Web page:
“A bigger man than he is going to handle this. Don’t you quote me, either!”
The questions kept flying. Brickbats would have been easier to fend off.
“Is the new President coming to New York?” demanded a reporter.
“I ain’t heard that!” snapped the captain.
A shadow crossed the noon sky. A great aircraft, a tri-motor with wings as bronze as a Chinese gong, overflew the skyscraper. It circled twice, then droned off in the direction of North Beach airport.
The police captain gave out a windy sigh of relief.
“That’s all!” he snapped, jumping off the keg. “No more comments. Be off with yez!”
AN hour later, a gunmetal gray roadster nosed its way through the congestion of packed humanity. There were no cars on Fifth Avenue, nor for many blocks around. Jostling pedestrians gave way reluctantly.
The man behind the wheel showed unusual patience as he tooled his quiet machine toward the skyscraper entrance. Animated eyes swept the way before him.
They were the color of golden flakes, ceaselessly swirling. Sunlight, touching his close-combed hair, made individual hairs smolder like thin wires of bronze and copper.
Busy bluecoats removed sawhorses to allow him to pass, replacing them swiftly to block all egress.
When the sedan drew up to the entrance, the police captain rushed to open the door.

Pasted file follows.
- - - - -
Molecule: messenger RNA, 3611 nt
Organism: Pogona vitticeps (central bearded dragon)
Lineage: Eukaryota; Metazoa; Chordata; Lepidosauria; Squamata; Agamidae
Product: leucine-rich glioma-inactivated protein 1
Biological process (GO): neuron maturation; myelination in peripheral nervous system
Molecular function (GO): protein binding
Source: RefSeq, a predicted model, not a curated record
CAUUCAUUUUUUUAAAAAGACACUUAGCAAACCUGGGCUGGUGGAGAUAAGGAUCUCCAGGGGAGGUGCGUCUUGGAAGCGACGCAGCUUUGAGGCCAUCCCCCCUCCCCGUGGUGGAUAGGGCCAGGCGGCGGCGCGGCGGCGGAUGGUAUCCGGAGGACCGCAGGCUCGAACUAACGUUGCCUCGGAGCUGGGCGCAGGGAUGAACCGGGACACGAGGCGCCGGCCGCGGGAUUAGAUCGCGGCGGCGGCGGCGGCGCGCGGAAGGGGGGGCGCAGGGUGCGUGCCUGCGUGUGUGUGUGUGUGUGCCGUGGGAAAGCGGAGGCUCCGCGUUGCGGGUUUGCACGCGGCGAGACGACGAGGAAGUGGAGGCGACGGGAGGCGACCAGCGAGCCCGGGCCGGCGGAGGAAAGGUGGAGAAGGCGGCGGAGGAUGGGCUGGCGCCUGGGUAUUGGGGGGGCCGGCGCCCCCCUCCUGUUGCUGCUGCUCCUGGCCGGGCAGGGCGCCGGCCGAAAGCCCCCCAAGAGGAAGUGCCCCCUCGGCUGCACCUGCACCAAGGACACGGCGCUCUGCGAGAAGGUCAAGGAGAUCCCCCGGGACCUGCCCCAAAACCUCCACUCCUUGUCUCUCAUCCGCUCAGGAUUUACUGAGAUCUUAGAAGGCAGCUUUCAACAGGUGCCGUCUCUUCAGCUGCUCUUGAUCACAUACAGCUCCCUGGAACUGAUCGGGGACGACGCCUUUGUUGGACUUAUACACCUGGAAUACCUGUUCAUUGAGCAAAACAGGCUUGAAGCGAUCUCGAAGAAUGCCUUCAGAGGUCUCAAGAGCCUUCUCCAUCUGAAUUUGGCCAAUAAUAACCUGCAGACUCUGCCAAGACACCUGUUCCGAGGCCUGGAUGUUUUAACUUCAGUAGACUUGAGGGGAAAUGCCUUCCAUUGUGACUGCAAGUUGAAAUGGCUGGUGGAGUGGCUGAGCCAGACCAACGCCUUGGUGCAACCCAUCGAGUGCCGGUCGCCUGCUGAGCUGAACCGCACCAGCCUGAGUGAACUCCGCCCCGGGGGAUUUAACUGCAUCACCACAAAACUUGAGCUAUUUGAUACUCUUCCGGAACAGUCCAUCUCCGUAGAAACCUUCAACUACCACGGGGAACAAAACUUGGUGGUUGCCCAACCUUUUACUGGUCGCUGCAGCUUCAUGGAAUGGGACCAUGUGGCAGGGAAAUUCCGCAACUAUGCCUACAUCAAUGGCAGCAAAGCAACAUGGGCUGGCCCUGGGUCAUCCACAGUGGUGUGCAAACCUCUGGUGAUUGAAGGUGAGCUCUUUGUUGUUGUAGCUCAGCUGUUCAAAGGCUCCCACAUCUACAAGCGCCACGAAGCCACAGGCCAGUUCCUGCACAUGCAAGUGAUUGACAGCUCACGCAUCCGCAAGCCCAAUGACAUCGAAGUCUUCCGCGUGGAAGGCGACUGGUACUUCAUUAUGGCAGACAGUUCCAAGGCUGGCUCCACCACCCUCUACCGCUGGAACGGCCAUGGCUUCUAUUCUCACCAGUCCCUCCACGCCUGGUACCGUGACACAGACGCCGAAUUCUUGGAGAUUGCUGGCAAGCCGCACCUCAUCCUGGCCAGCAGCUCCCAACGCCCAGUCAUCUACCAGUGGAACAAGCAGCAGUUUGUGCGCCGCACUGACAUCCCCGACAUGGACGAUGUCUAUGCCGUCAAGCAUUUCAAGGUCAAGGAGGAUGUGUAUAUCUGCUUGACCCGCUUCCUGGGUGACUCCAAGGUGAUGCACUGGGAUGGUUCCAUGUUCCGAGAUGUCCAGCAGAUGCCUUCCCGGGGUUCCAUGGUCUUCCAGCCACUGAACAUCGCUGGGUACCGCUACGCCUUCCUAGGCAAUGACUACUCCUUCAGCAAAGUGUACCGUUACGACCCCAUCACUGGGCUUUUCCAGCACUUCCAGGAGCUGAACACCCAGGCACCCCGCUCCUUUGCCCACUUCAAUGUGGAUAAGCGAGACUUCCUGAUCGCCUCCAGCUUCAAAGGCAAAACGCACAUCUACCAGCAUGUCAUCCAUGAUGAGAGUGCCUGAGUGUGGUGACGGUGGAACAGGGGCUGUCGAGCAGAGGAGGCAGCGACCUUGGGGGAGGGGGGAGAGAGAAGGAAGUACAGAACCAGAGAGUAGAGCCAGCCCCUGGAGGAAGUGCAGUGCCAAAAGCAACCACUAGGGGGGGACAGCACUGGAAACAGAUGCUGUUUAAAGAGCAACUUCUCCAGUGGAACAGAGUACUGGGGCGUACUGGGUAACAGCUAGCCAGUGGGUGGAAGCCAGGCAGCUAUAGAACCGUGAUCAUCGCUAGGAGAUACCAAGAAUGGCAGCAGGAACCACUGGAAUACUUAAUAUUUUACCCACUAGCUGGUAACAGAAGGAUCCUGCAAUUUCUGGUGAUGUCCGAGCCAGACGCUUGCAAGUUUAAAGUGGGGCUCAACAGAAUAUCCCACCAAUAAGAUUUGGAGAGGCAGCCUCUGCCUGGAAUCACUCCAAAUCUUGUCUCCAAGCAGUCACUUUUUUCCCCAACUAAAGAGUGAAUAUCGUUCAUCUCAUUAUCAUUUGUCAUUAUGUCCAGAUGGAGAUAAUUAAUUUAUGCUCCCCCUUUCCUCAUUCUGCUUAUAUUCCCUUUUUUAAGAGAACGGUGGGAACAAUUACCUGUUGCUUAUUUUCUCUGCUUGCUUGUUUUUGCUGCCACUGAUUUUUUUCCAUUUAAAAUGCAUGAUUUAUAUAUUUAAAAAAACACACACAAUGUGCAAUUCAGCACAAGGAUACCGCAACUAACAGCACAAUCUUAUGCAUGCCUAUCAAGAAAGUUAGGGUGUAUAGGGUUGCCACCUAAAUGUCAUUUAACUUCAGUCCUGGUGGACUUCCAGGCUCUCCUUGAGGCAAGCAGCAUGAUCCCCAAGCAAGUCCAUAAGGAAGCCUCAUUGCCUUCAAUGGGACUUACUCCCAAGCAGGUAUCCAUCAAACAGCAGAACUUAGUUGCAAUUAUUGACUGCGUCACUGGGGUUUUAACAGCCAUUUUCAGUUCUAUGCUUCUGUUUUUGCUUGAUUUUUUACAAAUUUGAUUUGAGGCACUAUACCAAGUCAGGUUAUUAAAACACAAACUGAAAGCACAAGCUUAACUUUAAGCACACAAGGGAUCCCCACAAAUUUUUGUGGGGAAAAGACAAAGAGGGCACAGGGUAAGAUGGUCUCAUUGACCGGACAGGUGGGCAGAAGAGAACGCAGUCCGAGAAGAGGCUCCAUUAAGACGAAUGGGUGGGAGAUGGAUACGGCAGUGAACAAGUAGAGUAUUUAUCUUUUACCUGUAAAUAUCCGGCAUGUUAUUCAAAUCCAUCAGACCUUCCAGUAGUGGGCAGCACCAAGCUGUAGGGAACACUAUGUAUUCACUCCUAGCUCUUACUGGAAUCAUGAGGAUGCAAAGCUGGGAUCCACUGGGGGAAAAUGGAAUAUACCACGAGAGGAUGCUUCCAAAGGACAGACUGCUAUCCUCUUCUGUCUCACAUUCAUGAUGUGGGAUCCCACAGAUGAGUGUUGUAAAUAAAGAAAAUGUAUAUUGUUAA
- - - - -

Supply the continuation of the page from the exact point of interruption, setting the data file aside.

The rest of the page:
“Thank Heaven you’re here,” he greeted.
The bronze-skinned individual who stepped out onto the running board seemed to unfold, until he stood erect, a colossus of a man. He moved forward, his face a mask of metal. Steady eyes fell on the great corpse that lay still on the cracked pavement, whereupon they hardened into gold nuggets.
Two mismatched men rushed out of the building entrance. One was a slim dandy who brandished a dark, elegant cane. The other, a red-haired human gorilla with a bullet head, whose long, dangling arms waved excitedly.
“Doc!” cried the first man. “You missed the entire bally spectacle.”
“Yeah,” growled the second. “After the thing broke loose, it terrorized the city, then climbed to the top of the skyscraper. The Navy sent warplanes to knock him off.”
“They called the brute—”
The bronze giant waved their excited comments aside.
“Kong,” he said softly, sadly.
“Oh, you heard the radio reports?”
The bronze giant shook his head slowly. “I know this creature.”
The human gorilla’s blocky jaw dropped open. “Blazes! You—do?”
“Long ago, he saved my life,” intoned the metallic man.
Ham Brooks and Monk Mayfair lost all power of speech.
“And I returned the favor in kind,” said Doc Savage.
Book One: The
CLARK SAVAGE, JUNIOR, the scientist and adventurer who was rapidly becoming a legend in the world as “Doc” Savage, dropped the telephone receiver into its bronze prong with a clank.
“That was the Mayor,” he told Monk and Ham. “He has requested that we undertake the problem of removing the body.”
“Good thing it’s Sunday,” grunted Monk—formerly Lieutenant Colonel Andrew Blodgett Mayfair. “The office buildings are deserted, so it’ll be a snap to keep the streets clear.”
Ham—he had been Brigadier General Theodore Marley Brooks during the World War—looked at his platinum wristwatch and remarked, “Renny should be here before long.”
Monk nodded. “Between you and Renny, Doc, we’ll get this problem fixed up quick.”
Doc Savage said nothing. His golden eyes roved about the reception room of this topmost floor of the Empire State Building. He had only recently taken up residence here. The suite of rooms had belonged to his father, Clark Savage, Senior, whose recent passing remained fresh in their minds.